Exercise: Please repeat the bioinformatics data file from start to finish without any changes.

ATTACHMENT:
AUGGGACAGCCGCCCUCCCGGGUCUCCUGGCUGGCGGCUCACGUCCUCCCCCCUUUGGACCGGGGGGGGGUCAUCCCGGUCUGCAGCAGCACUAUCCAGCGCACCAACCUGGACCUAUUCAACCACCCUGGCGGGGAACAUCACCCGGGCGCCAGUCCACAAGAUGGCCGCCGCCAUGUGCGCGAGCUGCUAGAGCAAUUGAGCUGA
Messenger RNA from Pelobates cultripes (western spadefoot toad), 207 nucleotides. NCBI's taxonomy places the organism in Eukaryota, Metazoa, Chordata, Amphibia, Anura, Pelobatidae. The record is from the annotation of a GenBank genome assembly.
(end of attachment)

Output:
AUGGGACAGCCGCCCUCCCGGGUCUCCUGGCUGGCGGCUCACGUCCUCCCCCCUUUGGACCGGGGGGGGGUCAUCCCGGUCUGCAGCAGCACUAUCCAGCGCACCAACCUGGACCUAUUCAACCACCCUGGCGGGGAACAUCACCCGGGCGCCAGUCCACAAGAUGGCCGCCGCCAUGUGCGCGAGCUGCUAGAGCAAUUGAGCUGA
Messenger RNA from Pelobates cultripes (western spadefoot toad), 207 nucleotides. NCBI's taxonomy places the organism in Eukaryota, Metazoa, Chordata, Amphibia, Anura, Pelobatidae. The record is from the annotation of a GenBank genome assembly.